The turn of the last century, in the part of Paris where all the starving artists are starting to live, work, love, and talk: at a local Montmartre cottage cabaret, there's Picasso - he's yelling again; Utrillo, Apollinaire, Max Jacob, Braque are all there, and many more. I imagine their eyes fever-bright with vision and hunger. I imagine they have all run up sizable tabs they will try to pay with canvases. They sing the old bar songs together.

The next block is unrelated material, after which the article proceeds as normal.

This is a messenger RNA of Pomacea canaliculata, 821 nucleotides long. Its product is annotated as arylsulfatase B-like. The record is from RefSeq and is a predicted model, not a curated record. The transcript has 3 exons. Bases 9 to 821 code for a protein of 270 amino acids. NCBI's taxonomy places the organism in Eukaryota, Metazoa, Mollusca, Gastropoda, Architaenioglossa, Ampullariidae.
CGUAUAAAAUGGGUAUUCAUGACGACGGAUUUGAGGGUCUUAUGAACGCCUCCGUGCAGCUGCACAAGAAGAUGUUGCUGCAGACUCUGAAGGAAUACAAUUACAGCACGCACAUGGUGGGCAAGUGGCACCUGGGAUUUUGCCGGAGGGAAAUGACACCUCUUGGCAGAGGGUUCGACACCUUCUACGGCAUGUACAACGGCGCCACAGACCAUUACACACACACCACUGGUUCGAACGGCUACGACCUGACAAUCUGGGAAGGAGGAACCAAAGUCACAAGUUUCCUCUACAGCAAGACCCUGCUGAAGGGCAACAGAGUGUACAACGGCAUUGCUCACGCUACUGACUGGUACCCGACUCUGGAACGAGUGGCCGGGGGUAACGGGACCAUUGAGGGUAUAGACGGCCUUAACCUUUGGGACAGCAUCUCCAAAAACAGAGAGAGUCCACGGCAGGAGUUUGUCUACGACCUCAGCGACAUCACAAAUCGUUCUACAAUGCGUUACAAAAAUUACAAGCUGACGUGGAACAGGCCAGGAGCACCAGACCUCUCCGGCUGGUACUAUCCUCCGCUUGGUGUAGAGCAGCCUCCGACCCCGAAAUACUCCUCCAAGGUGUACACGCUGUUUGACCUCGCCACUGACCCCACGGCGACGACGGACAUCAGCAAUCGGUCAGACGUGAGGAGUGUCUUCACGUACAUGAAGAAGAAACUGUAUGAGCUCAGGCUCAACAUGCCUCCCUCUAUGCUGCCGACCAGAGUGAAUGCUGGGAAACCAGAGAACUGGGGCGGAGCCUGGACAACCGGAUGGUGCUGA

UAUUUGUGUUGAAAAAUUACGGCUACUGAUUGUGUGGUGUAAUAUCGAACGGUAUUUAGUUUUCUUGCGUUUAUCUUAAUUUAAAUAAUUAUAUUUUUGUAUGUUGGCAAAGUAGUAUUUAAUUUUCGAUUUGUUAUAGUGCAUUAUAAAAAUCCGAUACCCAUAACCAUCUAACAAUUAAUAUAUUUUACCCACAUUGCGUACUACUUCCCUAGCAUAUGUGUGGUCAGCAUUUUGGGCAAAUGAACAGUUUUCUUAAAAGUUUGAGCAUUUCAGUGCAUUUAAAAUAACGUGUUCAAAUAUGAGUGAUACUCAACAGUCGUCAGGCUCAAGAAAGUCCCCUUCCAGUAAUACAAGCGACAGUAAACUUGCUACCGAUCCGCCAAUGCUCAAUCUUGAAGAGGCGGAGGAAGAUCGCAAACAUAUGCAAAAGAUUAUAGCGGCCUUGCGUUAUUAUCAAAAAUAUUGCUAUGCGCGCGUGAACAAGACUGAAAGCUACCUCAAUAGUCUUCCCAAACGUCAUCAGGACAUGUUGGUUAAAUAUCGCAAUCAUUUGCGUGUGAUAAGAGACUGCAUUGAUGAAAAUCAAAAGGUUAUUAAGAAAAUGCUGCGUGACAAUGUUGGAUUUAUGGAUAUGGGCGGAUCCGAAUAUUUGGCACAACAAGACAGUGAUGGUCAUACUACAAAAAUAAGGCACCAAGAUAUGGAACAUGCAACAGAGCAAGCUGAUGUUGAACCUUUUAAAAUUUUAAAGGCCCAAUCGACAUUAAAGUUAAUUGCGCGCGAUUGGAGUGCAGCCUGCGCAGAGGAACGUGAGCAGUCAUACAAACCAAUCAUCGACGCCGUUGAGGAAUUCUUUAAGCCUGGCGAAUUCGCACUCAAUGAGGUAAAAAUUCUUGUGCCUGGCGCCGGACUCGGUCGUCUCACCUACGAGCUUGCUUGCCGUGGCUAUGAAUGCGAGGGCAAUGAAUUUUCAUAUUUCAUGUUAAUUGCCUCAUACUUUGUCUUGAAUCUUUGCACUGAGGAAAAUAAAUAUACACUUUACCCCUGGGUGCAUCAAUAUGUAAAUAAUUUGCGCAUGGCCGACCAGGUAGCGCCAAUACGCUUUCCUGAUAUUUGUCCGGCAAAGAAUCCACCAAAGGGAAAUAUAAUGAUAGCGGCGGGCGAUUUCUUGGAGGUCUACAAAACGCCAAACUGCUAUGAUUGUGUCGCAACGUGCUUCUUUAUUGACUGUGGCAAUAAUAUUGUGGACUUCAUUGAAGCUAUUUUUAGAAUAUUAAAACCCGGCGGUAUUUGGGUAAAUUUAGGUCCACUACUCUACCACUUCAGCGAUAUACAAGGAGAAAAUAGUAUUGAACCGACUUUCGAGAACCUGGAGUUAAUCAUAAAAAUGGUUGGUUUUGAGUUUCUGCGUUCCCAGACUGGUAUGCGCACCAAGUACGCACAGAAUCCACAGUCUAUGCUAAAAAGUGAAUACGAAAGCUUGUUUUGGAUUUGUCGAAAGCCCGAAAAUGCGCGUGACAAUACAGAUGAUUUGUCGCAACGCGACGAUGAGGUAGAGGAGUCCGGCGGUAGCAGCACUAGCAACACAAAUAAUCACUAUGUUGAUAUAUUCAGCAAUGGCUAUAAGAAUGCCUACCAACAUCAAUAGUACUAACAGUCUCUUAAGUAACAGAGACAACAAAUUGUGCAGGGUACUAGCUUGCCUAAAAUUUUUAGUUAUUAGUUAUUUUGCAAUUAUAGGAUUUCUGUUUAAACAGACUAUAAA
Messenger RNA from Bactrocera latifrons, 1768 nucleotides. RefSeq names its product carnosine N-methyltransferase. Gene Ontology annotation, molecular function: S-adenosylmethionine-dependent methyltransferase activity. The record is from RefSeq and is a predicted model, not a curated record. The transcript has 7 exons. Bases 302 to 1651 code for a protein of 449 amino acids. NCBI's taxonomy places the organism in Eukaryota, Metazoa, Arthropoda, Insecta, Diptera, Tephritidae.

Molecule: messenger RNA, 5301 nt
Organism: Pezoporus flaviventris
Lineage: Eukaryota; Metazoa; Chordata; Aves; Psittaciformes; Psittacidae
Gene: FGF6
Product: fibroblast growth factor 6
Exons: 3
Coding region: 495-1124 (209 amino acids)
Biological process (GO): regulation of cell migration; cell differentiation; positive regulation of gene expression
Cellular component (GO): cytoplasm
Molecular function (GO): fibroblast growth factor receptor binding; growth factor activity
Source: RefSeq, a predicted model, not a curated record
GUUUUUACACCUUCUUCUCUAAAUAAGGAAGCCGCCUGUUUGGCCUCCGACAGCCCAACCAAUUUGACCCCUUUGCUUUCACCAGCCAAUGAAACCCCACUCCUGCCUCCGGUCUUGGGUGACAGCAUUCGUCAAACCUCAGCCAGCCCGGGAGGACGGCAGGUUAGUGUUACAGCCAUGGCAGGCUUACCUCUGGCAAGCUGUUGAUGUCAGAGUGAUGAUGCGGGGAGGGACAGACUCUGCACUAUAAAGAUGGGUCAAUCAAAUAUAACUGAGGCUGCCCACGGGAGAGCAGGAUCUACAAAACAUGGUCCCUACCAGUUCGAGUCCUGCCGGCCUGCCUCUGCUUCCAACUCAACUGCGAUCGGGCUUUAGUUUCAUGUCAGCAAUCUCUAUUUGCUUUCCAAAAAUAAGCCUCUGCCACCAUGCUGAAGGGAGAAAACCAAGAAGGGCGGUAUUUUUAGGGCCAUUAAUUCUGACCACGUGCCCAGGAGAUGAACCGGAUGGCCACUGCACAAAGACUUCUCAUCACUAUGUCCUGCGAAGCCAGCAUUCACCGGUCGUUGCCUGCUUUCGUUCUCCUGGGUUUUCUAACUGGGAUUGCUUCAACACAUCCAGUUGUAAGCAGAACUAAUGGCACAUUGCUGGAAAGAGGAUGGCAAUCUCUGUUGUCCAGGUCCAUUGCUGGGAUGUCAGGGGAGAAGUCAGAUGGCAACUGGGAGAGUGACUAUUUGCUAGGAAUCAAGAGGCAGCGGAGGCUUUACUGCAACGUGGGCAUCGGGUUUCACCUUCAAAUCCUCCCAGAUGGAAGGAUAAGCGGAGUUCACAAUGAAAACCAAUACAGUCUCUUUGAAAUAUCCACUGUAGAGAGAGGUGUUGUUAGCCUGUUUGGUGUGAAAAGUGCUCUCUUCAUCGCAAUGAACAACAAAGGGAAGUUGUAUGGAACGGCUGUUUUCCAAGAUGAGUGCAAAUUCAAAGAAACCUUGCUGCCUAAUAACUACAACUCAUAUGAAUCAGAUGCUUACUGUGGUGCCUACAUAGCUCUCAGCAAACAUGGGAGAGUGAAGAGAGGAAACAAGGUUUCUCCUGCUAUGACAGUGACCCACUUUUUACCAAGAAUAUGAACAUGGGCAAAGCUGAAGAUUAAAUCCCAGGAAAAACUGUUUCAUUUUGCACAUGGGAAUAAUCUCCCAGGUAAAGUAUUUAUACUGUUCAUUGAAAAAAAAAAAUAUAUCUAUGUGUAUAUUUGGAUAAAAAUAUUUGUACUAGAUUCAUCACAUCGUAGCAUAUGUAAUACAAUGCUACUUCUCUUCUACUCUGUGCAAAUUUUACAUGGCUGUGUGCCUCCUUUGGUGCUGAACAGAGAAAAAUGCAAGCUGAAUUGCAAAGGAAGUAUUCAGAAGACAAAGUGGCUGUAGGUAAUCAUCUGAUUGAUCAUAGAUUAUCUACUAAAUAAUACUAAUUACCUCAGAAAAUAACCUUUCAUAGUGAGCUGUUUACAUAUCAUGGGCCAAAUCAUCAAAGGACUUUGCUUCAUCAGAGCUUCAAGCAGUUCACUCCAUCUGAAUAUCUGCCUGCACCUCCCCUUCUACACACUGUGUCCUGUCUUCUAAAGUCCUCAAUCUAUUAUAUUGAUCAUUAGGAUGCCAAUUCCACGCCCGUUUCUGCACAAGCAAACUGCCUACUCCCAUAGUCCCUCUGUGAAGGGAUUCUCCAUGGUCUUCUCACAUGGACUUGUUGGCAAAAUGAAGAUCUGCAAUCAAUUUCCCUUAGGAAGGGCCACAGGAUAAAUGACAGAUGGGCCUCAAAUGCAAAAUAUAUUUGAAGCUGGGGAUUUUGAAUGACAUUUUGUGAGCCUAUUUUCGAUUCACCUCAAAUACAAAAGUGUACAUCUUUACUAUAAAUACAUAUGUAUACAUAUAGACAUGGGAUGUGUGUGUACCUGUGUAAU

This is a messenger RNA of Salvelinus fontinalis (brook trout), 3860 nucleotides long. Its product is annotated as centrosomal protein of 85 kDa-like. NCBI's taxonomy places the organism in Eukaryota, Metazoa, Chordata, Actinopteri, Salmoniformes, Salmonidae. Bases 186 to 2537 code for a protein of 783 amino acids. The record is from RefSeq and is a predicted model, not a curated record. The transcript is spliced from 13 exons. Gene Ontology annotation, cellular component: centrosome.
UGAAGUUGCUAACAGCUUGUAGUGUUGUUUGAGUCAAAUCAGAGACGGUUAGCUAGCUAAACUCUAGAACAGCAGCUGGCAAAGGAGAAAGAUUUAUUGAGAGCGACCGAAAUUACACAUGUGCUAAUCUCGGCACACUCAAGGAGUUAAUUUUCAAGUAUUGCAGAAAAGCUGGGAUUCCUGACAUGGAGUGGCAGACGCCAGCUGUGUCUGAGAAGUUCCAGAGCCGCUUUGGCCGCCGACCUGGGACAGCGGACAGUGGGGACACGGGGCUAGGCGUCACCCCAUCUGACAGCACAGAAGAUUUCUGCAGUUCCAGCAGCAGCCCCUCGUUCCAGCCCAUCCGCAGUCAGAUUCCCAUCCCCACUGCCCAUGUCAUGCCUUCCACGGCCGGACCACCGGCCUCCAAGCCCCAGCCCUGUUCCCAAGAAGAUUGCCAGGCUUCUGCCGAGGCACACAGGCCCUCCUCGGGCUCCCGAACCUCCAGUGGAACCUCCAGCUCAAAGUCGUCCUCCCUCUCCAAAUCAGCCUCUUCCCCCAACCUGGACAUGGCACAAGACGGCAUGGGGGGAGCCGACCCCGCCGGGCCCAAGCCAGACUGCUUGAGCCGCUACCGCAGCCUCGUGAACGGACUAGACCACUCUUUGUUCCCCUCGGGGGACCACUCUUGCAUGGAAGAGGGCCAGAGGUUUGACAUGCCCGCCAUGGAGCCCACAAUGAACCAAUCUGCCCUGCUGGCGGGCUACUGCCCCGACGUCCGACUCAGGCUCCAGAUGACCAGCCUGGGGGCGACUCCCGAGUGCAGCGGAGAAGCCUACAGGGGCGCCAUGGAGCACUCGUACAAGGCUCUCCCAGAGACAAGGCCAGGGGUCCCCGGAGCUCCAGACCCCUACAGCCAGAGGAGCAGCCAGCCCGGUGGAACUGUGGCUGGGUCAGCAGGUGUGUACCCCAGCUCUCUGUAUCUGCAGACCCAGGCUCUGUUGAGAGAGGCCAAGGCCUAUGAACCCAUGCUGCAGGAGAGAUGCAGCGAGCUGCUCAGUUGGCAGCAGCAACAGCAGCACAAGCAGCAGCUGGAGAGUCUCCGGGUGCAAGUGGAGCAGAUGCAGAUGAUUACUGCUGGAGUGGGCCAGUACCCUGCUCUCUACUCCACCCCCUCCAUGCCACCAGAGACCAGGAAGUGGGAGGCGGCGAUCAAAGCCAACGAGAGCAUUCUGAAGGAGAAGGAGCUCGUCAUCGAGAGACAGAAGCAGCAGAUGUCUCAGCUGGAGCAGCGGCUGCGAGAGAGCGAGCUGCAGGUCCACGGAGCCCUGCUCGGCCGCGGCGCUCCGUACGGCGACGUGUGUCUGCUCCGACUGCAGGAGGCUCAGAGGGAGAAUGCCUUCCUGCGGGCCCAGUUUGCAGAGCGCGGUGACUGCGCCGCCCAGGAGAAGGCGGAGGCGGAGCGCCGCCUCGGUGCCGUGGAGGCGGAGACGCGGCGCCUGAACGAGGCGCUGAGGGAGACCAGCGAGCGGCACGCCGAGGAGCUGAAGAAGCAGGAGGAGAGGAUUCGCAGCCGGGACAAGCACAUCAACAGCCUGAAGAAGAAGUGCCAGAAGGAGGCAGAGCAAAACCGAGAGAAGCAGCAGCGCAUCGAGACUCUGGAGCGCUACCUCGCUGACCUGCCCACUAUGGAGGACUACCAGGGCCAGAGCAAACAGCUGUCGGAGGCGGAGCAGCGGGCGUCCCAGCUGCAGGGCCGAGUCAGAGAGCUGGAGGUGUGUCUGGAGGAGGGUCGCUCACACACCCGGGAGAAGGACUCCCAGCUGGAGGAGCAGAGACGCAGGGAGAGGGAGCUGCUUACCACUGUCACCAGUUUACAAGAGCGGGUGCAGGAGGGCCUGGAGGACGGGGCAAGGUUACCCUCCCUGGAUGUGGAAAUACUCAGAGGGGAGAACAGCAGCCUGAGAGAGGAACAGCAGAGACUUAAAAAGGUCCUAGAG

Over all this swings the "new" sign, a rabbit jumping out of a pan, nattily attired in a hat and a red sash. Painted by Andre Gill in 1875, the sign prompted the neighborhood to refer to the cabaret as "Le Lapin a Gill," or Gill's Rabbit, but you can't leave that alone when you have a hare with such panache - such nimble agility, we shall say. And that is how one of the primary hot spots of modern art practice and theory became Le Lapin Agile.
Want to go? They are still open. Here's their website. It's in French, though.